Oh, 40s, easy.  Maybe 30s, but probably 40s for sure.  But this is the good stuff-- this means your house had a really good electrical system.  Back then, the bad stuff just had cloth over the wires.

Hoping to apply some of my hard-watched HGTV knowledge, I asked-- what's knob-and-tube wiring?

Oh man, that stuff is the worst!  That's like the very first wiring system there ever was.  They'd just put a porcelain knob in the wall and run the wires around it, but then 60 years later, when it's all deteriorated, the wires are exposed.  Those systems don't have any grounding either.  But your house got the good stuff, I didn't see any knob and tube.

Realizing I didn't totally know what 'grounding' was, I asked him, and he explained it for a few minutes.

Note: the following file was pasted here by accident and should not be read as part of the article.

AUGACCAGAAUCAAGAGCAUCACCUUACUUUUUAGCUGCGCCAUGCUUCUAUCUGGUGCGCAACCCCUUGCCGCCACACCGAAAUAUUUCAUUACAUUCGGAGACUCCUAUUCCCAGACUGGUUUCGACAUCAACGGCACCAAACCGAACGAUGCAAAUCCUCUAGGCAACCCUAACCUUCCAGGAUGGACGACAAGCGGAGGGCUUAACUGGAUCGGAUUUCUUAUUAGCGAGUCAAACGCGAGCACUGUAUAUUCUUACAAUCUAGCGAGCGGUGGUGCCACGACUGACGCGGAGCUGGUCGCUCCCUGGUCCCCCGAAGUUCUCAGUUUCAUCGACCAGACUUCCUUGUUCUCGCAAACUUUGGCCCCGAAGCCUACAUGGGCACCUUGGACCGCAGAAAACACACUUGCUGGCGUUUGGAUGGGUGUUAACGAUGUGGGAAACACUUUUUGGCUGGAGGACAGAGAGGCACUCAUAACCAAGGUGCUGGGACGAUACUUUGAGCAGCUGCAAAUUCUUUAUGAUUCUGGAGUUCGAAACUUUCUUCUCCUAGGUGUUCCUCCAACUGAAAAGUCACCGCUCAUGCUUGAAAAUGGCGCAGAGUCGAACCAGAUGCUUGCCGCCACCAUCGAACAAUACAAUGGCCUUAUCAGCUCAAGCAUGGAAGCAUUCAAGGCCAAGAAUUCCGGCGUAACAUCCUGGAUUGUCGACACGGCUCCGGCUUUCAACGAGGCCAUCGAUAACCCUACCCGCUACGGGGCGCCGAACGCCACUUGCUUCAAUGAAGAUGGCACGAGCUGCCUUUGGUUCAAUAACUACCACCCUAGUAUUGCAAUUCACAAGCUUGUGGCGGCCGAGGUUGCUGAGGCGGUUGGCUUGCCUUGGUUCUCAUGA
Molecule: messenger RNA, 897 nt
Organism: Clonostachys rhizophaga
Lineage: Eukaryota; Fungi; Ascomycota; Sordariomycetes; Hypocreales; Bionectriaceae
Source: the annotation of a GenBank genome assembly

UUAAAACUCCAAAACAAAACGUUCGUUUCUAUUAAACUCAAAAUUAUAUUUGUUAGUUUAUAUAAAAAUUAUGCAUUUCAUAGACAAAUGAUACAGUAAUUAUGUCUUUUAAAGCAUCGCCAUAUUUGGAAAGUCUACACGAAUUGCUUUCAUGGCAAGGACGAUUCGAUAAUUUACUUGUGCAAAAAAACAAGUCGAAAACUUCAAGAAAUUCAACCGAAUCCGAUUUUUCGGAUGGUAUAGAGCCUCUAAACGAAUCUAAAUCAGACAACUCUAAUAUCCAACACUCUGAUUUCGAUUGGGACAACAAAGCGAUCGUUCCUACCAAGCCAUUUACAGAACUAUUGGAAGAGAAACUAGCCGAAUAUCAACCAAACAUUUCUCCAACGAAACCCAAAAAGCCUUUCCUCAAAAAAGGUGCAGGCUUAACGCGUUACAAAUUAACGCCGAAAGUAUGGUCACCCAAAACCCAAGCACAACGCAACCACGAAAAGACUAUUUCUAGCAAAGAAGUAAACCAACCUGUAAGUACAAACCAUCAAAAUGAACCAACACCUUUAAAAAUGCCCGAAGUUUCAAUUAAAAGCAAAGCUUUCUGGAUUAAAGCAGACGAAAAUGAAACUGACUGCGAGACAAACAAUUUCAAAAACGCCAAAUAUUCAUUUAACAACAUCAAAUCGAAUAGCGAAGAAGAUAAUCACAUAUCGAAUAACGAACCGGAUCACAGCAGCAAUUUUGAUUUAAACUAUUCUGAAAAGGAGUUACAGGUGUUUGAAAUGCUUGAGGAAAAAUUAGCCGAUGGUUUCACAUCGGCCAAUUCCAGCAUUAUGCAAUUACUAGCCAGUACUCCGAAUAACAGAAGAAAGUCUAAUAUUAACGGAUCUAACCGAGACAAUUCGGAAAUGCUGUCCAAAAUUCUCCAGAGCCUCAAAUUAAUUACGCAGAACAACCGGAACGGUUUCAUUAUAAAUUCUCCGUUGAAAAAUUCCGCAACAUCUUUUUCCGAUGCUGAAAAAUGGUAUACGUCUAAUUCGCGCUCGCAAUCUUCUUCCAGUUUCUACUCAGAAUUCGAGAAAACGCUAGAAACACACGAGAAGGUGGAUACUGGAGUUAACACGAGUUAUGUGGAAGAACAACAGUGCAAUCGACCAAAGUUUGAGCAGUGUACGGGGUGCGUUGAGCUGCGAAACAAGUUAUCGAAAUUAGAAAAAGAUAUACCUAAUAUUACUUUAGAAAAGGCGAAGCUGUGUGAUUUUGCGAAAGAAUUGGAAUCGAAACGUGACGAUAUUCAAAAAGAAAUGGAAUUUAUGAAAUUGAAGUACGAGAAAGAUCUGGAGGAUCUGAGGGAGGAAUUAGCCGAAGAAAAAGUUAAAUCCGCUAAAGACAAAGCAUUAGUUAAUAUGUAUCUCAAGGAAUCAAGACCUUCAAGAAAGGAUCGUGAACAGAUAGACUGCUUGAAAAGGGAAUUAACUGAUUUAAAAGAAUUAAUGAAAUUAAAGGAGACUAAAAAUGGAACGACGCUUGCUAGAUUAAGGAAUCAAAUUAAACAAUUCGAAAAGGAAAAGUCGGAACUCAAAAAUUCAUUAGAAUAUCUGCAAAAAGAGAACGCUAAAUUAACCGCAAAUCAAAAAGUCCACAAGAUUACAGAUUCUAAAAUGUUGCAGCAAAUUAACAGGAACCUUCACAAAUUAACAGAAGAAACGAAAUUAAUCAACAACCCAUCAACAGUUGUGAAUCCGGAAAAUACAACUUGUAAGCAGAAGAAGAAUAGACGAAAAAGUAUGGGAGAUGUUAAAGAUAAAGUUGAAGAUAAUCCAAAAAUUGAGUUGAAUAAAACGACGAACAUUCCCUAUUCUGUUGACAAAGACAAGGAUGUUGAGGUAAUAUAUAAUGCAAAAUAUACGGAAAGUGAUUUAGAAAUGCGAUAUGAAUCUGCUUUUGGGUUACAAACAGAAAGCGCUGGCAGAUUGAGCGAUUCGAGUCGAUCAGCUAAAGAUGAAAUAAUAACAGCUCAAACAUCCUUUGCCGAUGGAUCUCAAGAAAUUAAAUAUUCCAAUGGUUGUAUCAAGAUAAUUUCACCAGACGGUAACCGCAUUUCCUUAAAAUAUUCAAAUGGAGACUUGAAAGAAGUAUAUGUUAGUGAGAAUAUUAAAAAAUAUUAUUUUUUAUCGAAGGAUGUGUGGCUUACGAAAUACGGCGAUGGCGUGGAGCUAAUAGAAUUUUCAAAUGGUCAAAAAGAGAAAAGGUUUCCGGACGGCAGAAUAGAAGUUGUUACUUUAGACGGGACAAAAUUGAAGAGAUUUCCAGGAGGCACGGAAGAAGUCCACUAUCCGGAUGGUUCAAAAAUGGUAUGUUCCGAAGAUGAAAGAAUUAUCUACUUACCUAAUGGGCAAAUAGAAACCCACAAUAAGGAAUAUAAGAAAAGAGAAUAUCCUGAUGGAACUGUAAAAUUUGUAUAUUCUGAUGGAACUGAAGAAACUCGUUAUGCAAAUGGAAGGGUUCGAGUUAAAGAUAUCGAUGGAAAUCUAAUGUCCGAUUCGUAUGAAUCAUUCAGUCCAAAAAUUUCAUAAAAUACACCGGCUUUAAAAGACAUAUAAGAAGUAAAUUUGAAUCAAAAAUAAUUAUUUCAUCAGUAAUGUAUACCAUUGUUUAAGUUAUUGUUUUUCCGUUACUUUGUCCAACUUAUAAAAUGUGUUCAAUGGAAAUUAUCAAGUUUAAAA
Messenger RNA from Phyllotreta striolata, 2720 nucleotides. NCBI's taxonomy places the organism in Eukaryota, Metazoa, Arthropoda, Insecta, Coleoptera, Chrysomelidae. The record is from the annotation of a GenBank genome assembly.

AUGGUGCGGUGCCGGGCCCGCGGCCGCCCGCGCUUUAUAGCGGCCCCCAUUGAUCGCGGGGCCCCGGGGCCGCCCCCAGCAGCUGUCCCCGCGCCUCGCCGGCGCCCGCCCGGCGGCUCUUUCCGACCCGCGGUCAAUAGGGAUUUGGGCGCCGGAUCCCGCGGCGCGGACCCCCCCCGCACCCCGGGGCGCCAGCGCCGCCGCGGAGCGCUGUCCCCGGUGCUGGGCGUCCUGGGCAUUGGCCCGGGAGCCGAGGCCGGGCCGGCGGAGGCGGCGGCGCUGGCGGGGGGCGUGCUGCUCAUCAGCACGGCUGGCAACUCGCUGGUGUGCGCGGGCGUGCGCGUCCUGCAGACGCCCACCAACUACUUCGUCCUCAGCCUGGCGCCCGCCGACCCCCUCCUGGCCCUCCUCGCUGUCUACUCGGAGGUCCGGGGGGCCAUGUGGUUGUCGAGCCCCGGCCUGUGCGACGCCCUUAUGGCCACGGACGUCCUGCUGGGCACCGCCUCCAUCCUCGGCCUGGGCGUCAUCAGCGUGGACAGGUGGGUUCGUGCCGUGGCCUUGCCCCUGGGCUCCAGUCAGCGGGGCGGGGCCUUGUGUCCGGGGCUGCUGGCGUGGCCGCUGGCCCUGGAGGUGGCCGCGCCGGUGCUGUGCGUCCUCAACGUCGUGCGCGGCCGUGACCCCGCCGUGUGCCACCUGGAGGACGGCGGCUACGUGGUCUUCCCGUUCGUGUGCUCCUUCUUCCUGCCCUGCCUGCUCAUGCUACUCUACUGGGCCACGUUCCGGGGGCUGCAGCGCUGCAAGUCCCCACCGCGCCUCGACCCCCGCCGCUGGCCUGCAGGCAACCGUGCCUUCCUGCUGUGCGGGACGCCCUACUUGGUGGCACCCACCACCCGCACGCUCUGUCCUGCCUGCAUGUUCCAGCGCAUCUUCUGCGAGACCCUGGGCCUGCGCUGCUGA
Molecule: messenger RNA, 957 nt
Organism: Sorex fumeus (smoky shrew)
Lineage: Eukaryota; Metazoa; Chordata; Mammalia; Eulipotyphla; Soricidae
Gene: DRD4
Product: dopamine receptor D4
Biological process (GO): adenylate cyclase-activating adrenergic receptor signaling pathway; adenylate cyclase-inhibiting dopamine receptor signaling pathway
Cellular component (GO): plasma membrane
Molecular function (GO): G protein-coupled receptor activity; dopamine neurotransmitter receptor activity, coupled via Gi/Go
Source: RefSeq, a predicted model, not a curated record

I'm surprised you want to talk about this-- most people tell me shut up, they don't wanna listen.  You seem like you really want to know this stuff.  You should run for Congress someday!  You absorb easy.

After the grounding conversation, he cleaned up and was on his way.  I still don't have ceiling fans in either the living room or my bedroom.  But, I do have an excellent electrician who thinks I should run for Congress, because I absorb easy.

Tuesday, August 23, 2011


Did you ever watch the Roadrunner and Wile E. Coyote? 

Of course you did.

Rememember how they would always use Acme brand products, usually to destroy each other?

Of course you do.